From skimming the github page the only thing that stands out is shared memory-based SSL contexts and UDP peer communication across processes/machines. Not sure, though, if this is something haproxy can also do? Never had a need for that level of performance so have never looked.
Haproxy would probably work fine too, but seems a bit overkill for running a local termination proxy.
Ouch. This default means 16GB only lets you handle 80k connections. I would hardly call this "scalable". In 2015 you find blog posts left and right showing you how to reach 1 million connections on a single machine with language X or tool Y or framework Z. Maybe the developers should change this default.
Servers can have up to 1TB of ram without becoming overpriced.
But starving 80k users due to low buffering will be expensive in the long run. Way more expensive than RAM ;-)
Still, 200kB is excessive. A program with buffers no larger than 10kB can _easily_ saturate a 1 Gbit/s NIC. Hitch is designed to handle many concurrent connections, so even if it handled a paltry 10 connections it could easily saturate a 10 Gbit/s NIC with 10kB buffers. If not, then there is a design flaw somewhere.
"Servers can have up to 1TB of ram without becoming overpriced"
This is irrelevant. If a Hitch version had a default overhead of 10kB per connection, it could in theory scale to 20x the number of connections than this version of Hitch, for a given amount of RAM (no matter the amount). Maximizing the use you get out of a given amount of hardware resources should be your priority when writing scalable software.
Let me ask a leading question: how much of this do you think is openssl overhead?
Please consider optimising for a real usage scenario, not some fantasy benchmarking setup.
The minimum theoretical memory usage is 4kB per connection: 1 page in kernel space, and nothing on the userland (eg. you use zero-copy to txfer data between sockets or to/from file descriptors).
At Google, our SSL/TLS overhead per connection is 10kB: https://www.imperialviolet.org/2010/06/25/overclocking-ssl.h...
Secure sockets have a lot more overhead than plain TCP sockets, on top of that it has all of the overhead that a proxy has per connection.
You should also set SSL_MODE_RELEASE_BUFFERS to reclaim memory from idle SSL connections.
* Copyright (c) 1991, 1993
* The Regents of the University of California. All rights reserved.
It's very much based on this:
Not very modern, in other words.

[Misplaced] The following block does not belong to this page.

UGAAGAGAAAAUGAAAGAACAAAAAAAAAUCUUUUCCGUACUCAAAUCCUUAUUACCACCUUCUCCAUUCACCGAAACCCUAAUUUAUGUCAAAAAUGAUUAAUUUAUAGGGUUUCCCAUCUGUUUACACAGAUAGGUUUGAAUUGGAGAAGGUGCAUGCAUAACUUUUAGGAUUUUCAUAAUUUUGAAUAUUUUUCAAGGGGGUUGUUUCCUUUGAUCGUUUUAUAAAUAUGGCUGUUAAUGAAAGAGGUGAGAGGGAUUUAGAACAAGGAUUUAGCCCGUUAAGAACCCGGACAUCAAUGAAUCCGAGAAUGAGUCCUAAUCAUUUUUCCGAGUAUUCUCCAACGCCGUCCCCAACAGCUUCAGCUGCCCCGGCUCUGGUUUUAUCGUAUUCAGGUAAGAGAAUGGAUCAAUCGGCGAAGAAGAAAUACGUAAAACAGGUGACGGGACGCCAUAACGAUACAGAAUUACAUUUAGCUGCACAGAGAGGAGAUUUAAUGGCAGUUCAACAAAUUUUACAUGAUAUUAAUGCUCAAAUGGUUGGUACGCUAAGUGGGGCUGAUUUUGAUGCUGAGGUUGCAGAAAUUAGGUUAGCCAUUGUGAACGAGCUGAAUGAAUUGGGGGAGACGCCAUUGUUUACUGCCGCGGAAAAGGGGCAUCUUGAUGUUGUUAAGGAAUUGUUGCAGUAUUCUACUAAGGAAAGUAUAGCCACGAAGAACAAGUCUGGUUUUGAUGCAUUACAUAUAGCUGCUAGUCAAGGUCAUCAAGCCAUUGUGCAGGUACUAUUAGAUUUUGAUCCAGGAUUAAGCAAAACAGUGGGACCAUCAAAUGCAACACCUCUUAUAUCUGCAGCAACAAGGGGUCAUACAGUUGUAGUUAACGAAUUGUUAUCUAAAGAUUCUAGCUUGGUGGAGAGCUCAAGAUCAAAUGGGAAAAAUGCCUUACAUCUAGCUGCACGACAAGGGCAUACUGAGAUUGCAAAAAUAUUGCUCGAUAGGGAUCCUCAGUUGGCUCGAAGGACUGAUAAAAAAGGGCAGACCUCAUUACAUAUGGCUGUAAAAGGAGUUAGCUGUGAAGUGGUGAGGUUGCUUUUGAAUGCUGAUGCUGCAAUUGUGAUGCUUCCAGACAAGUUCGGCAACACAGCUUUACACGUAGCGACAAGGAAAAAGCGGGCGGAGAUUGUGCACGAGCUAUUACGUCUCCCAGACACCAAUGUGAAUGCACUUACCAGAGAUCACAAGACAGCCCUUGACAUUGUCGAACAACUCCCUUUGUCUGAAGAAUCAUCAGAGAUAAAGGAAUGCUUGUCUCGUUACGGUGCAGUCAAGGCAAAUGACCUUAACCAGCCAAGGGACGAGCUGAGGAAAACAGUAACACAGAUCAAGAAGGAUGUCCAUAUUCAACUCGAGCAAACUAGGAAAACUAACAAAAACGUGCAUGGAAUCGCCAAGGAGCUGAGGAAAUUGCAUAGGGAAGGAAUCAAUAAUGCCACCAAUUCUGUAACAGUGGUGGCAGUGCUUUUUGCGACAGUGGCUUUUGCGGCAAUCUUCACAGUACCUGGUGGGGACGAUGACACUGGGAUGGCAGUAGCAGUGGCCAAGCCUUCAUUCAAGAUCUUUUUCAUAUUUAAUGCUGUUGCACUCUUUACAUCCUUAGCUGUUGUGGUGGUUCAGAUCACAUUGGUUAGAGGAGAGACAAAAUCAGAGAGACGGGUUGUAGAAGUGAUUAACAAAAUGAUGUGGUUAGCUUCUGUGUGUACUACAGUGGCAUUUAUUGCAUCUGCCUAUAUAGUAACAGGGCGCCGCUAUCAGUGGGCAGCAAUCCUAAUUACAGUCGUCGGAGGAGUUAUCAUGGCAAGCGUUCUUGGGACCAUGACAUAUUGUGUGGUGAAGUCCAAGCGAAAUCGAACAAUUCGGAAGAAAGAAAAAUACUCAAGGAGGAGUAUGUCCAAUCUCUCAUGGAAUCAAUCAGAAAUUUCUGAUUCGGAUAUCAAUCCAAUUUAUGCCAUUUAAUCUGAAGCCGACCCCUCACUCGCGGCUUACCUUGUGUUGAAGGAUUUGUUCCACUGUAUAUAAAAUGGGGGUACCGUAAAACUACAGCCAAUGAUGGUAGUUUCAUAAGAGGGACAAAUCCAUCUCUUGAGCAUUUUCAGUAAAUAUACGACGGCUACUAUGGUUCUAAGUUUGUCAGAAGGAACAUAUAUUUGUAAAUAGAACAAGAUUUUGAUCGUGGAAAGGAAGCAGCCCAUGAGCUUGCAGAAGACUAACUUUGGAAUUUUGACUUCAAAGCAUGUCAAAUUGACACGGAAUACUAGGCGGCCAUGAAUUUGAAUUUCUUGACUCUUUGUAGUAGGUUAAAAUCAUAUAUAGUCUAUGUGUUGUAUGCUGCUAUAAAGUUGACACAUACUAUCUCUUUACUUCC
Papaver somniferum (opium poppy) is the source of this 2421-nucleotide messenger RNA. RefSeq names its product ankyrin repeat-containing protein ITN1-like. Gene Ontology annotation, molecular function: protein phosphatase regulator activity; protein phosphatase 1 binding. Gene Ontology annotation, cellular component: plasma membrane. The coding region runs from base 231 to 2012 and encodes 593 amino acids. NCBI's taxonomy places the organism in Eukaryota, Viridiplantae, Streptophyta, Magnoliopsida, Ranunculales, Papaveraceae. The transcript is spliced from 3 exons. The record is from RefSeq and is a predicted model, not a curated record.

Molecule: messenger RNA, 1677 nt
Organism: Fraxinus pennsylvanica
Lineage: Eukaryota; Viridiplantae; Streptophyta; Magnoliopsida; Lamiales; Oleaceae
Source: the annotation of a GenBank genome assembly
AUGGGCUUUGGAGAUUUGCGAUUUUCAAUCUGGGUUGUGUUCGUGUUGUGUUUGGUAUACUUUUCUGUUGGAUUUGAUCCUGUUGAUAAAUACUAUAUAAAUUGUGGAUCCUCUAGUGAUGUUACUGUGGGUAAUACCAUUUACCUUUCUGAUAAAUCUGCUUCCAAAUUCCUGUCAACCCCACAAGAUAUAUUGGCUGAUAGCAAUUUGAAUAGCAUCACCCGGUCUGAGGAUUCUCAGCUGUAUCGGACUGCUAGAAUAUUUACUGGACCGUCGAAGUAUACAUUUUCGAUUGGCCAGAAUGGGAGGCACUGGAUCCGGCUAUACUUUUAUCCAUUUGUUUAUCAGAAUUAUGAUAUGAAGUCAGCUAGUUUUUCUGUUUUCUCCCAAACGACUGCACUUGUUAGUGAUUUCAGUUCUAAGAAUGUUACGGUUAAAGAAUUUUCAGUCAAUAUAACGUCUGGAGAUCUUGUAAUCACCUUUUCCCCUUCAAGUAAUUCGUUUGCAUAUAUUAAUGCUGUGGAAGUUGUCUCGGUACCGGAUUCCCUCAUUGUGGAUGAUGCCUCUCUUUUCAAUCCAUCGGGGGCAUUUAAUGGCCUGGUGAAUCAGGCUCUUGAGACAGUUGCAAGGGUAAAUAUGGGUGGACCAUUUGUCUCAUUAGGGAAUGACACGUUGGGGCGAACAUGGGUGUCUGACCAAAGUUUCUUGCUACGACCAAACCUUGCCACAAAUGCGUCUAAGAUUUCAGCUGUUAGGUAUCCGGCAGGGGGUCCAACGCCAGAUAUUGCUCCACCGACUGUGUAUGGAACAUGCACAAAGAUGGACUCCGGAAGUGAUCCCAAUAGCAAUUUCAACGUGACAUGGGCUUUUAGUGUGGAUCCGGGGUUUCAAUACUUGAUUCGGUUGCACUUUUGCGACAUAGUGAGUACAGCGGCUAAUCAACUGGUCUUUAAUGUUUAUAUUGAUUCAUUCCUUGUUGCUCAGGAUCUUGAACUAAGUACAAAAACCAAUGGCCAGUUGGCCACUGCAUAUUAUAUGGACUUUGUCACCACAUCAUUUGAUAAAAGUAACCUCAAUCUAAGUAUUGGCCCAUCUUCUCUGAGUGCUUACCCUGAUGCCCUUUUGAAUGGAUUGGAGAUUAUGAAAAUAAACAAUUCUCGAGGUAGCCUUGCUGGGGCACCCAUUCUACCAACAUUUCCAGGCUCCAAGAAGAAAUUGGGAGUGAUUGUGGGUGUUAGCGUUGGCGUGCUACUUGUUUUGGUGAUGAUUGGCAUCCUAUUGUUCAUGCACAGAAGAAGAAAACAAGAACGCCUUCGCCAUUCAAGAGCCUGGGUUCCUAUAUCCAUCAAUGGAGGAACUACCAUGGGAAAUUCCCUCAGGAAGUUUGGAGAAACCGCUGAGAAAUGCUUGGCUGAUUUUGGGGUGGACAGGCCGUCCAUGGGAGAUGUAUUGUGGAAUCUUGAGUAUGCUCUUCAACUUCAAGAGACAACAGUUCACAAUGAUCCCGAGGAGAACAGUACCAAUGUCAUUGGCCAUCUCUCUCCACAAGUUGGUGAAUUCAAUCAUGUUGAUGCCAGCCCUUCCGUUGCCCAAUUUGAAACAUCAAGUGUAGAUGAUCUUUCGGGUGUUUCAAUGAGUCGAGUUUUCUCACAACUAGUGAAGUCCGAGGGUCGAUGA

Whether that is normal or not, it's up to developer. It's possible to use as small subset of C++ as developer wants. E.g. use only templates. But staying in C realm might be better for portability.
When I read this, I couldn't help but think of "macroses" as pronounced like "neuroses", which seems appropriate.
They first appear for kernel usage where the fact that they expanded to inline code in functions avoided creating too many stack-frames and provided optimization.
They do have the advantage of not relying on casting everything to "void *" or resort to callbacks for walking (see: TAILQ_FOREACH for instance).
Unless it's changed since I last attempted Pound only supported a single wildcard cert when it came to SNI whereas looking at the hitch code it suggests it might play nicely with multiple wildcard certificates
Edit: To clarify I don't think Pound technically supported any wildcard certificates, the wildcard cert had to be the default to work
We are positive to merging any code changes necessary to get it running with libressl though.
This has pros and cons, but besides the current CA situation I think it's pretty clearly better than what we have today. That's not really the point though; it's going to happen, regardless of flaws.
Using software like Varnish that is intentionally HTTP-only will always be possible, but it introduces architectural and operational handicaps. It may not matter for a lot of use cases, but at large scale you are going to pay for the architectural choice to separate these functional units into multiple processes (or even boxes).
As much as I appreciate some of what Varnish can do, the no-SSL stance and associated mindset really puts me off of it.